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Occurrence of ores
80 150 200 320 150
80 380 275 150
WM. KENT (by letter): The report of the committee shows a highly satisfactory agreement in opinion among engineering teachers and practitioners as to the unwisdom of specialization by the undergraduate. It also shows a general agreement as to the several subjects that should be taught in an engineering course. The text of the report in general has my hearty approval. I append here a few notes in the way of suggestions that have occurred to me in reading some of the paragraphs of the report.
Page 101-Value of Spanish. Can any time be afforded in the four years of an engineering course for this subject when the course is already overcrowded with subjects that are more essential to nine out of every ten engineers ?
Page 102—“A Reading Knowledge of both French and German, or of one of these only.” Two years of one of these languages should be given in the high school and required for entrance, as a culture study. It is continually becoming more difficult to find time for them in an engineering course.
Page 102–Chemistry, Qualitative Analysis. The time usually given to qualitative analysis should be greatly shortened and quanitative analyses of ores, fuels, metals, cement, furnace gases, etc., be substituted.
Page 103—“Shop Work is considered advisable in all but Civil Engineering Students and for these it is in favor with a strong minority." Elementary shop work properly taught in an engineering college is largely a “culture” study. It tends to develop the mind through the hand and eye. It teaches the importance of accuracy and cultivates the habit of close attention. It should be given in the freshman year to all engineering students, and until this year is finished they should not be divided into civil, mechanical or other kinds of engineers.
Page 103– Electrical Engineering. “A General Descriptive Course.” A descriptive course in electrical engineering is of doubtful value. What is needed is such a course as will utilize a student's knowledge of mathematics, mechanics and physics, and compel him to do hard thinking-to work out theoretical and practical problems-involving at least two hours of study for each recitation period.
Page 104–Surveying. Some surveying, theory and practice should be given to mechanical and electrical as well as to civil and mining engineering students.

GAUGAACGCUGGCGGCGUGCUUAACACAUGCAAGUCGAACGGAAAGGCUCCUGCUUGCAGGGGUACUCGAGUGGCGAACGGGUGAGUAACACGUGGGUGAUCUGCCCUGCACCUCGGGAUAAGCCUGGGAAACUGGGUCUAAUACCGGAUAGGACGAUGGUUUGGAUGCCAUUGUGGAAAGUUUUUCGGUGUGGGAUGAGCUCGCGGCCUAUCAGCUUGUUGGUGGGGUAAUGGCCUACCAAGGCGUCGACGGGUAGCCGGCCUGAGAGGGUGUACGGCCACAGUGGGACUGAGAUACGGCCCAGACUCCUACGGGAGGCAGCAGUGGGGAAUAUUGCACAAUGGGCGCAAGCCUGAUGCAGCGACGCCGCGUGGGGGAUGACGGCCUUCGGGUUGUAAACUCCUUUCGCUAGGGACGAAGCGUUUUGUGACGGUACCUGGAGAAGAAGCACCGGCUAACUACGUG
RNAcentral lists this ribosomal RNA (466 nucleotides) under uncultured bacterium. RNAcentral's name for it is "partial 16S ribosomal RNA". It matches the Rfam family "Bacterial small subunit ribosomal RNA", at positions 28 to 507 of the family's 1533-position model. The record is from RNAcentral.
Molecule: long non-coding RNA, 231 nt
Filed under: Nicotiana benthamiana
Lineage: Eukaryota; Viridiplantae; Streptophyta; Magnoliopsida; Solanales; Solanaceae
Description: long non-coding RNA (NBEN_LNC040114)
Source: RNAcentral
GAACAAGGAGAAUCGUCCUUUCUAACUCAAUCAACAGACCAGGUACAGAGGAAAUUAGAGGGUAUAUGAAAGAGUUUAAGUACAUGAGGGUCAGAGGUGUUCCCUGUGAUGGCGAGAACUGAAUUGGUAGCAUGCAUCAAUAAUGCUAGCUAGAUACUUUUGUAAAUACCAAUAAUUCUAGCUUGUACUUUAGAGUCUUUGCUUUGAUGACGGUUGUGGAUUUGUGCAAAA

Page 115—“Mechanical Engineers should be familiar with train, grade and curve resistance." Electrical engineers should be equally familiar with them.
Page 118—“I apprehend that the modern course goes too much into detail.” There is no danger in going into detail in the proper way as principles are best fixed by study of detail. There is a tendency in many students to skim over the surface of a subject and get a vague knowledge of its principles. The antidote for this tendency is to make the student work out the details whenever possible by rigid calculation and by use of the drawing board.
Page 120—“Architecture is essentially a Fine Art and stands by itself.” Architecture is two things: (1) Construction (engineering). (2) Fine art.
No one man unless he is a genius can be both an architectural engineer and an artist architect. The attempt to make both kinds of architects out of one man has failed. The result is either a poor engineer or a poor artist or both. The architectural profession should be subdivided the same as the engineering profession is. We should no more attempt to turn out in four years a man educated as both a constructive and artist architect than we should attempt to make of the same man a civil and an electrical or chemical engineer.
Page 121-Table of Distribution of Time. This table may be subdivided as follows:
An important deduction from this table of the committee seems to be that since more than four sevenths of the whole time in each of the four courses is preparatory and general work, it is well as far as possible to have this work done in the first two years of the course and to give it to all students alike, so that they do not specialize as civil, mechanical, electrical and mining engineers until the end of the two years. In the freshman year at least all the courses might easily be made the same, and in the sophomore year the civil and mining engineers could be classed together in one group, and the mechanical and electrical engineers in another, leaving the final separation into four divisions to the beginning of the junior year.
Another deduction from this table is that there seems to be a larger fraction of the time devoted to the preparatory subjects than need be. Can not the time given to language, mathematics and physics be cut down, leaving more time for the strictly professional subjects ? This suggestion may seem to be opposed to the commonly expressed ideas of “more fundamentals, more rudiments, more principles- less specialization," but does not the professional study of such subjects as machine design, bridges, hydraulics, etc., give training in the fundamentals? It is a common complaint that junior and senior students and even graduates are often sadly deficient in the two fundamentals of English and arithmetic. Will not a more intense study of the